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Frontier Inaugurates Flights to Phoenix And Las Vegas

A Frontier A321 in Las Vegas (Photo: AirlineGeeks | William Derrickson)

In response to the ongoing COVID-19 plight and the fierce pursuit to receive more revenue while minimizing operational costs and losses, airlines have announced and begun an unprecedented number of inaugural flights out of their major hubs or focus cities. The COVID-19 crisis and its effects have not stopped airlines from starting a number of flights for historical expansion and competition.

Passengers from Ontario, Calif. and the greater Los Angeles area will have even more options to travel to Nevada and Arizona after Frontier – an airline who has announced and inaugurated a significant number of routes like any of the legacy, major carriers – officially began flights to Las Vegas and Phoenix, 

“We’re delighted to expand once more in Southern California with nonstop flights to Las Vegas and Phoenix,”  Daniel Shurz, Senior Vice President of Commercial, Frontier Airlines, said.  “Frontier’s affordable service is a faster alternative to driving from the Los Angeles area to Las Vegas and Phoenix and will give travelers more time to spend at their destination. Like all Frontier service, these new flights will adhere to our highest health standards, including required mask-wearing, temperature screenings and enhanced onboard cleaning.”

The Denver-based carrier will operate four weekly flights to Las Vegas, while the airline scheduled two weekly flights to Phoenix which will increase to four beginning on March 8. Furthermore, the ultra-low-cost carrier plans to increase its presence in Phoenix with 2 weekly flights to Sacramento, Calif. as well which will rise to four starting on March 7.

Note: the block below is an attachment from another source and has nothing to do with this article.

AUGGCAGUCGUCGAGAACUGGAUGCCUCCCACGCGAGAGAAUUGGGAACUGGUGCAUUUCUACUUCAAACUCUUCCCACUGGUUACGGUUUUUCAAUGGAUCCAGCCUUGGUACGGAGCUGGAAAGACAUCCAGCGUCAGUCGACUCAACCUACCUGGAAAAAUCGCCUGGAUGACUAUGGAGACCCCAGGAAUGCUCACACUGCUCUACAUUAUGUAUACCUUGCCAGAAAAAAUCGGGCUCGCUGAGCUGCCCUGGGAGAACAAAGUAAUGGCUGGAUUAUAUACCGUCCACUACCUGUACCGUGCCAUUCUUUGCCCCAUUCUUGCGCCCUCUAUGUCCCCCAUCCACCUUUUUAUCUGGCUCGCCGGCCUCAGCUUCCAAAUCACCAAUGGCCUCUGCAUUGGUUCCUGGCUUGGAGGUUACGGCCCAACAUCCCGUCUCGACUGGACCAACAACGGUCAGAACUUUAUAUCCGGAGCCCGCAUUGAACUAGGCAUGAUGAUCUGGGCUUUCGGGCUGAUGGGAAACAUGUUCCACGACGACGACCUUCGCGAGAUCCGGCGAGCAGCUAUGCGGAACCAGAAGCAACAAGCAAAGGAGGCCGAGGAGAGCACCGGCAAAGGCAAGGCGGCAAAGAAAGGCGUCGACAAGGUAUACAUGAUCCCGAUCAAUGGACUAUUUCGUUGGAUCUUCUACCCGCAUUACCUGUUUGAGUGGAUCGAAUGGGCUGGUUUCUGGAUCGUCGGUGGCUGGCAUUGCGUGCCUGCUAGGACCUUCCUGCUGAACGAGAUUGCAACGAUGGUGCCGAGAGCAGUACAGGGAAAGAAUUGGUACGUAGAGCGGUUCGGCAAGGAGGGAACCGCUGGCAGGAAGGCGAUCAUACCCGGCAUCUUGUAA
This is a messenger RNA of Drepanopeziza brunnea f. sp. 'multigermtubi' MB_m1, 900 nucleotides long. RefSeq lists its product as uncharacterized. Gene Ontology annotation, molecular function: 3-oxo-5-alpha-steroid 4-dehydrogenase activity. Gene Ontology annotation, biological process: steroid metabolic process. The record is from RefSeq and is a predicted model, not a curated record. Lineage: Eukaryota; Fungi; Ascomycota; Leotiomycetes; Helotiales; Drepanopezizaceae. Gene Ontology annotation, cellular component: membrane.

A Refined Low-cost Carrier

Frontier’s expansion of its route network in the southwestern U.S. and the west coast, specifically the Golden State, is not the only opportunity to strategically reach new markets. The carrier – known for its variety of animals with names on the tails – operates a point-to-point model compared to the legacy carriers who follow a hub and spoke route map. 

In late-January, Frontier officially announced its return to Wilmington, Del. after ending flights to the airport in 2015. The airline first began flights to Wilmington in 2013 but pulled out due to lack of profitability. 

However, recently, the carrier officially returned to Delaware with flights to Orlando,  after postponing the start date three times due to COVID-19. Flights will operate three times a week. Additionally, its flight operations will align with the summer travel season – usually when travel demand is at one of its peak throughout the year. 

“We’re thrilled to bring our unique brand of low fares and friendly service to Wilmington – New Castle Airport and offer the only commercial service from Delaware,” Shurz said. “We recognize the demand for affordable air travel in Delaware and are happy to offer nonstop flights to Orlando this summer, making trips to the most popular leisure destination in the U.S. even more convenient and attractive,” a philosophy accurately portrayed by the airline’s decision to return to one of the only airports in the U.S. that was without commercial air service and pump hundreds of additional seats into other markets in its route map.

Clearly, Frontier has strategically recognized and unveiled several new routes to overcome the lack of travel demand by serving new markets. The airline has capitalized on focusing and marketing itself towards leisure travelers, as business travel has also been on the decline. So if the airline continues to make these game-changing decisions and transform its low-cost model, the carrier will set itself up for success when the industry returns to its normal conditions.

Benjamin Pham

Author

  • Benjamin Pham

    Benjamin has had a love for aviation since a young age, growing up in Tampa with a strong interest in airplane models and playing with them. When he moved to the Washington, D.C. area, Benjamin took part in aviation photography for a couple of years at Gravelly Point and Dulles Airport, before dedicating planespotting to only when he traveled to the other airports. He is an avid, world traveler, having been able to reach 32 countries, yearning to explore and understand more cultures soon. Currently, Benjamin is an Air Transporation Management student at Arizona State University. He hopes to enter the airline industry to improve the passenger experience and loyalty programs while keeping up to how technology is being integrated into airports.

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